• Tensions to mark Xi’s White House visit

    US President Barack Obama and Chinese President Xi Jinping meeting in 2013. Xi is scheduled to make a state visit to Washington on September 24-25. AFP PHOTO

    US President Barack Obama and Chinese President Xi Jinping meeting in 2013. Xi is scheduled to make a state visit to Washington on September 24-25. AFP PHOTO

    WASHINGTON, D.C.: President Barack Obama will offer his Chinese counterpart Xi Jinping a full state welcome at the White House later this month, belying tensions fueled by Beijing’s increased military assertiveness.

    The commanders-in-chief from the world’s two largest economies will meet amid global financial unease and with mounting US disquiet about Beijing’s behavior in cyberspace and on the high seas.

    Obama has been under pressure to downgrade the visit, expected on September 24-25, with Republican presidential candidates saying Xi does not deserve the prestige of a state dinner.

    “I would not be throwing him a dinner. I would get him a McDonald’s hamburger,” said Republican presidential frontrunner Donald Trump.

    More than half of all Americans have an unfavorable view of China, according to a recent Pew Research poll, including 63 percent of Republicans.

    The White House has rebuffed Republicans’ calls, stressing the value of engagement, but it has also signaled a more confrontational stance on cyber security, maritime disputes and the economy.

    Administration officials have pointedly let it be known that Chinese firms and individuals could face sanctions for targeting US firms and stealing millions of highly sensitive government personnel files.

    US Treasury Secretary Jacob Lew has also warned publicly that China would be held responsible for the political and economic impact of its currency policies after last month’s yuan devaluation.

    The move shook global financial markets that were already jittery over a deceleration in China’s economy, which has grown at breakneck speed for more than two decades.

    Military tensions
    But the biggest point of contention may be in the military sphere, where China has proven increasingly forthright.

    China’s growing might was on full show during a recent parade to mark the 70th anniversary of World War II.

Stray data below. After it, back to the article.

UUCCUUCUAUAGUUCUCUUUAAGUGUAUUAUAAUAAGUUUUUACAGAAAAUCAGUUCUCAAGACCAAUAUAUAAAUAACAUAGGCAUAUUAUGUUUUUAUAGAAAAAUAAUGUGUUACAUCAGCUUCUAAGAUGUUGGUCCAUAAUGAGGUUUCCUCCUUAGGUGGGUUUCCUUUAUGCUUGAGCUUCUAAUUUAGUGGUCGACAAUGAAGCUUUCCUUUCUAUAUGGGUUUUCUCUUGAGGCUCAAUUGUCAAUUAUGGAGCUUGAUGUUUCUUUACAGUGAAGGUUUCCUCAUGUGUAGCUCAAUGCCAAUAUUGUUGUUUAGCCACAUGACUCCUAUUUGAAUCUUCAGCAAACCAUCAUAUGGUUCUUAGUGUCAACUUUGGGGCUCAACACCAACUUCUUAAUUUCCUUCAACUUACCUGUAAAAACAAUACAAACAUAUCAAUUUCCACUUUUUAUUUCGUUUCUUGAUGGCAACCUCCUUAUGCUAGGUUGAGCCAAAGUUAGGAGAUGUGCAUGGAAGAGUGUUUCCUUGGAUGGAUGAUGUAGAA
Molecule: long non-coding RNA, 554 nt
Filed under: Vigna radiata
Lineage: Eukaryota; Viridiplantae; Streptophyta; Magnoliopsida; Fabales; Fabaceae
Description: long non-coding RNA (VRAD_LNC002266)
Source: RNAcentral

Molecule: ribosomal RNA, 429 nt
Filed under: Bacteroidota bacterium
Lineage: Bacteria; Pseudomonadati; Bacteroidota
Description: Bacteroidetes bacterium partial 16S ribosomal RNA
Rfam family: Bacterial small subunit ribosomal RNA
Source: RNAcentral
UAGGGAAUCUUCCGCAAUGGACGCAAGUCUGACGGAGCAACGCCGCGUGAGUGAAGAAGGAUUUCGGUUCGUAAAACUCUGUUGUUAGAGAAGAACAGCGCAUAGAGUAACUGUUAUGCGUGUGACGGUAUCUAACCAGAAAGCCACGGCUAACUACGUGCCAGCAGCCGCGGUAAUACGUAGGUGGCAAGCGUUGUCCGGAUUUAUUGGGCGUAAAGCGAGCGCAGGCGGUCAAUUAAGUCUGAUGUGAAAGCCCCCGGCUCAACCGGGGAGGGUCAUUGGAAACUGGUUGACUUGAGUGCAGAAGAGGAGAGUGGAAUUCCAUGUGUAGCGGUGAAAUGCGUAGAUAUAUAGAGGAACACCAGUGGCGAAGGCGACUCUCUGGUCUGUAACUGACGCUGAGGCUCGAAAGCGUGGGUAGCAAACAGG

Although Xi used the event to announce the People’s Liberation Army would shed 300,000 soldiers, the unveiling of anti-ship ballistic missiles capable of destroying US carriers caught the most attention in Washington.

    Obama is certain to confront Xi — who is also chairman of China’s Central Military Commission — over a series of maritime moves the White House deems to be provocative.

    Washington has said that it is considering sailing destroyers or other naval ships within 12 nautical miles of islands man-made by China, as well as flying P-3 and P-8 surveillance planes overhead.

    And later this year Obama is expected to visit East and South East Asia, and may move to announce further joint military exercises with China’s neighbors and increased arms and defensive sales to nations like the Philippines and Vietnam.

    China has long claimed it owns around 90 percent of the South China Sea, but has in the last decade moved to realize that claim.

    Researchers at the National Defense University have documented 1,200 actions to “defend or advance” territorial claims in the area between 1995 and 2013.

    Around half the actions were carried out by China.

    In the last few years that effort has sped up further, with Beijing building on disputed atolls and deploying fishing vessels and military equipment into disputed zones.

    During Obama’s recent visit to Alaska, five Chinese naval ships were spotted in the Bering Sea.

    Military analysts say the moves represent a shift in Chinese strategic posture, from coastal defense to the creation of a vast open sea buffer zone.

    The move would allow Beijing to project power across the region and create an operating sanctuary for submarines and other maritime operations, as well as boosting defenses.

    China’s neighbors and Washington fear it also threatens vital trade routes, undermines the rule of law, creates precedent for solving territorial disputes by force and represents the theft of vast natural resources.

    As the dispute has grown, so have fears of a military conflagration.

    In August last year a Chinese fighter jet intercepted a US Navy patrol aircraft flying in international airspace, brandishing its weapons load in a maneuver Washington described as “a deeply concerning provocation.”

    While raising the costs of Chinese misadventure, Obama will be careful not to poison a relationship likely to define the next century.

    Adam Segal, a cyber security expert at the Council of Foreign Relations, said sanctions, for example, are extremely unlikely before Xi’s visit.

    “I think they have been floating the idea beforehand in part to try to gain some leverage and see if they can get some movement from the Chinese on the issue,” he said.

    This will likely be the last state visit by a Chinese leader during Obama’s presidency.

    Last time Xi and Obama met in Beijing the pair were able to demonstrate cooperation by focusing on the environment, reaching a deal to limit carbon emissions that will likely form the backbone of a global accord.

    The pair are likely to reiterate that commitment and, in a similar demonstration of cooperation, announce steps toward a bilateral investment treaty and increasing US access to the Chinese economy and vice versa.



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